WASHINGTON -- Secretary of Defense Lloyd J. Austin III reiterated America's ironclad commitment to the defense of the Republic of Korea in his first face-to-face meeting with South Korean Minister of National Defense Suh Wook today in Seoul.
The alliance was signed in 1953. South Korea had endured invasion and combat on its soil with millions of its citizens killed.
The United States as part of the United Nations effort came to the aid of the nation. The peace and security that followed the armistice enabled the Republic of Korea to rebuild its nation and forge ahead to become a democracy and an economic powerhouse.
Austin said South Korea is "the linchpin" of peace, security and prosperity for Northeast Asia. "Our alliance is founded on shared interest and values and is among the most combined, interoperable, capable and dynamic bilateral alliances in the world," he said at the beginning of the meeting. "The ROK is also a critical partner for our shared priorities in the region. The principle among them is upholding the rules-based international order. You have become a key provider of security and stability in the Indo-Pacific region, and for that we are grateful."
The two defense leaders met on the eve of a larger meeting called the "Two-plus-Two" with Austin and Suh being joined by Secretary of State Antony J. Blinken and Minister of Foreign Affairs Chung Eui-yong. It is a measure of the importance of the region and the friendship between the two countries that these meetings take on added significance, said a senior defense official. This is the first official overseas trip by both Blinken and Austin.
Today's meeting concentrated on the military portion of the alliance. The two leaders reviewed the situation with North Korea, including the threat posed by North Korea's nuclear and missile programs, said the senior defense official. Both men agreed that this threat requires the continued vigilance of the alliance.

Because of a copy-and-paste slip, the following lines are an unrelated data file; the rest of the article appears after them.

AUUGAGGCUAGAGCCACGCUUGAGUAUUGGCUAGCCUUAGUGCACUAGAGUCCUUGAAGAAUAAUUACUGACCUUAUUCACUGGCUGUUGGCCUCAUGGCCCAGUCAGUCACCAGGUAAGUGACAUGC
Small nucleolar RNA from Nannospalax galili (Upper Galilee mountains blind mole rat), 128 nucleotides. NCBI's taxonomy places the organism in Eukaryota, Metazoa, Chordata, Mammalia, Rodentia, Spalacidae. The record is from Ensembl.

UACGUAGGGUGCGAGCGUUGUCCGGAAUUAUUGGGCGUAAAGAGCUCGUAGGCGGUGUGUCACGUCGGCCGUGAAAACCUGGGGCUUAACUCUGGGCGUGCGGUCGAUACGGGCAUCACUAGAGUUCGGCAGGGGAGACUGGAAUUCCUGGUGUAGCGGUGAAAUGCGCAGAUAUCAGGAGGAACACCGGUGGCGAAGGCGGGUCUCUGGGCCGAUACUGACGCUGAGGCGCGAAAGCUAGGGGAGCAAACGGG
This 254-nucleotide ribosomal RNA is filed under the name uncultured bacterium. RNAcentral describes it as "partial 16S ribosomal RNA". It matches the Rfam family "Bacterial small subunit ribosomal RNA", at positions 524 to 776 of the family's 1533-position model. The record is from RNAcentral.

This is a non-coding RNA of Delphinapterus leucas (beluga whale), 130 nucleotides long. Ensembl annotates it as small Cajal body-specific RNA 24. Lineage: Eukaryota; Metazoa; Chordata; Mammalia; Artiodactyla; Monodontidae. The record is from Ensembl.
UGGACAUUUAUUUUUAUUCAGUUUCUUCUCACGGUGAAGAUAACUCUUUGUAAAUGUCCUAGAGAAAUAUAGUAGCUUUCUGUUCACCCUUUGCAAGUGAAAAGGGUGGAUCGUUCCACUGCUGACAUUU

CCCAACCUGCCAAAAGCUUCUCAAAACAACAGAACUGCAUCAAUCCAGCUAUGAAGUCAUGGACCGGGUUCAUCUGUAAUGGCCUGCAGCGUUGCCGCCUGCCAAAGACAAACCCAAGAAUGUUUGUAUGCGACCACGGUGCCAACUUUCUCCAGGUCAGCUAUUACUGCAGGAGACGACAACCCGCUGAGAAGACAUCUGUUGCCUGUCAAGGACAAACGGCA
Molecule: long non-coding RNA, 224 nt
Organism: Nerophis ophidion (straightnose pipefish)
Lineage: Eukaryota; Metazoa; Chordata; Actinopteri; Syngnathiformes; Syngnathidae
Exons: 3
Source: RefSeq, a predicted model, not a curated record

The alliance grew out of the Korean War and in the initial part of its history, was almost totally focused on deterring North Korea. While North Korea remains a threat, as South Korea rebuilt and became a regional power, the focus of the alliance has expanded to include the region. The two leaders spoke about the regional security environment beyond the Korean peninsula. These included China's actions to overturn the current rules-based system that has served the region so well since World War II, the official said.
This broader regional focus means increasing the contact and interaction between the US-South Korea Alliance and other like-minded partners. The defense leaders spoke about the trilateral relationship among the United States, South Korea and Japan. They also spoke about cooperation with nations such as Australia, India, Malaysia and others. Engaging in multilateral relationships would allow the nations of the region to build a network dedicated to supporting the rule-based system in the Indo-Pacific, the official said.
Austin also spoke frankly with his South Korean counterpart about the administration's Korean policy review. He wanted to consult with Suh because the secretary wants to get his observations, thoughts and input into that process.
The two men discussed the readiness of the forces in South Korea especially in light of the COVID-19 pandemic. They discussed ways to increase readiness overall, and looked at the exercise program.
The North Korean border is just miles from the heart of Seoul. Long-range artillery, alone, could reach this vibrant city of 10 million.
There are 28,000 American service members assigned in South Korea ready to help that country "fight tonight" if need be. There are many, many more on call, if the North tries to duplicate 1950.